Additive Manufacturing Strategies

3D Printed Lighting is Both Attractive and Eco-Friendly

ST Medical Devices

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Most people see in-home lighting as more than just something to keep their rooms illuminated – it’s also part of the decor, and there are thousands if not millions of differently designed lamps and fixtures out there on the market to choose from. More and more people are beginning to prioritize energy-efficient lighting, as well, whether that’s in the form of fluorescent bulbs or LEDs. Stylish and energy-efficient are definitely not mutually exclusive; it’s easy to find lighting that offers both, and that’s exactly what a new type of 3D printed light created by an Australian partnership does.

Product designers from Swinburne University of Technology‘s School of Design have teamed up with Victoria-based lighting company LimeLite to create an energy-efficient lighting range that is also attractive to look at. LimeLite CEO Paul Hearne approached Professor Blair Kuys, Chair of Swinburne’s Department of Interior Architecture and Industrial Design, with the idea of creating a range of 3D printed plastic luminaire housings that incorporate advanced electronics.

The two organizations teamed up, but didn’t know much about 3D printing and commercial production, so they spent more than 11 months conducting market research and materials trials at Swinburne. Their work resulted in OnTrack, a new line of lighting whose unusual geometric shapes show off the capabilities of 3D printing.

“Without the Swinburne team this range simply wouldn’t have occurred,” said Hearne. “We are very excited about the OnTrack range and its great export potential.”

Until 2015, LimeLite relied on simple-geometry folded metal and injection molded luminaires, but for the OnTrack line, the company invested in 30 Zortrax 3D printers and created a 3D printing production facility within its existing space, hiring a full-time staff member dedicated solely to 3D printing. Each light is made from a unique blend of ABS and other ingredients, created to suit the specific requirements of the track luminaire housings. The material is self-extinguishing and resistant to extreme heat, meeting strict luminaire design standard requirements. Each light can take between 10 to 30 hours to 3D print.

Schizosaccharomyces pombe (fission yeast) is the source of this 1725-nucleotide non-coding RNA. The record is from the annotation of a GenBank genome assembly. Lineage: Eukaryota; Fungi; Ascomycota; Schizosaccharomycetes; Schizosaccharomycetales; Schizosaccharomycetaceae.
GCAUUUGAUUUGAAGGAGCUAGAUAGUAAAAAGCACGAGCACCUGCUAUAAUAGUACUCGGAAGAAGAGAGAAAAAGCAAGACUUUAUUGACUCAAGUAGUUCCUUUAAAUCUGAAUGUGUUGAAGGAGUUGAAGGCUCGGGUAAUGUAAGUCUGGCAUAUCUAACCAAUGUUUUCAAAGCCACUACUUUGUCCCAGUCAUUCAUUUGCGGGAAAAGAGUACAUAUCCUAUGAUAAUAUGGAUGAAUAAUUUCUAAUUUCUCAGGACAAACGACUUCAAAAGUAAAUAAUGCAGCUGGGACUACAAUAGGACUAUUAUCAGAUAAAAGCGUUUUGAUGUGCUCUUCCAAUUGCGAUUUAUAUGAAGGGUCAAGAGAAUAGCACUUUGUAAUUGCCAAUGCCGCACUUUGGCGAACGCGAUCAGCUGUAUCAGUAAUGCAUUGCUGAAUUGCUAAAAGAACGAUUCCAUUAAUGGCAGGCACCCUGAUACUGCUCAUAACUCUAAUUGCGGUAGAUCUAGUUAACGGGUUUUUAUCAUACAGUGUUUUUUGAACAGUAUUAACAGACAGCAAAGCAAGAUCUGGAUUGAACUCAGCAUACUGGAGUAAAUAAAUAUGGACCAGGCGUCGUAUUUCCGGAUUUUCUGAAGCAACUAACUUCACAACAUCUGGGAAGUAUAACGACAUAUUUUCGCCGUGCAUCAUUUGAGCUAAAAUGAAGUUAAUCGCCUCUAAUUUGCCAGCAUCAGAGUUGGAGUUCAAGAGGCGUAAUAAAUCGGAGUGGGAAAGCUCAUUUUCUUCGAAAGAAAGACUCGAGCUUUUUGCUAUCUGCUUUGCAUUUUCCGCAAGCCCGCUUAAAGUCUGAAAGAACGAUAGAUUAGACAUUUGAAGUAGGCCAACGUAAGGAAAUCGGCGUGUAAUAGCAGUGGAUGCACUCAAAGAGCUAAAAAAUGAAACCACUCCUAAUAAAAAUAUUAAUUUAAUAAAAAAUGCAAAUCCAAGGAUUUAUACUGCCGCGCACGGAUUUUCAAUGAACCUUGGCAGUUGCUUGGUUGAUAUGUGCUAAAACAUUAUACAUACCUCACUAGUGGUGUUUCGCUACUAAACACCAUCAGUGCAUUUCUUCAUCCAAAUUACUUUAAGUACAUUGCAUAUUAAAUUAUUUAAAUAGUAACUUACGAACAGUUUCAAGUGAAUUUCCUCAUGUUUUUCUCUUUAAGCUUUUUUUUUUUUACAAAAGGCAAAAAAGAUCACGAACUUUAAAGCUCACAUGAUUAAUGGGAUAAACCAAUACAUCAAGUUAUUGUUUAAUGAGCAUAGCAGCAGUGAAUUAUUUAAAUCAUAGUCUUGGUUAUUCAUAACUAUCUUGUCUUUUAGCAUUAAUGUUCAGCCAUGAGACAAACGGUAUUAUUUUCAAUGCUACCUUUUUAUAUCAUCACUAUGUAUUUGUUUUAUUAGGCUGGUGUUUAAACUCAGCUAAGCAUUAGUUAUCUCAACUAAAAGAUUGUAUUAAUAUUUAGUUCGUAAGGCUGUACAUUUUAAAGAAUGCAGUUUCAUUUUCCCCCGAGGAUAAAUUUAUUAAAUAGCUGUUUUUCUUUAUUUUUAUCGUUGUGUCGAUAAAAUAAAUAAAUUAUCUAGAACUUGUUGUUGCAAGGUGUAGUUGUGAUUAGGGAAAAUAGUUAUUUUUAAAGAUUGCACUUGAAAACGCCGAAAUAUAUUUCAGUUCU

“The most exciting part of this project was creating truly unique designs without the manufacturing constraints of plastic injection moulded parts,” said Kuys. “3D printing allows complex geometries to be created unlike injection moulding. Using 3D printers also avoids massive investment in retooling, and low risk of an expensive, unpopular design languishing on the shelf. If no one orders it, it simply doesn’t get printed.”

Judging from the look of the designs, these lights are unlikely to be unpopular. They’re stylish and attractive, with shapes and colors that can either complement or match any interior, in either black or white. They come in five different shapes: The Jet, Disco, Elegance, The Lantern or The Petal. Each light can be customized with not only housing and color but by the shade, size and shape of the light beam itself. The LimeLite OnTrack range was released in October and each light is made to order.

You can learn more about the OnTrack range here, and customize and place your own order if you wish.

Discuss this and other 3D printing topics at 3DPrintBoard.com or share your thoughts below. 

[Source: Swinburne University of Technology]

 

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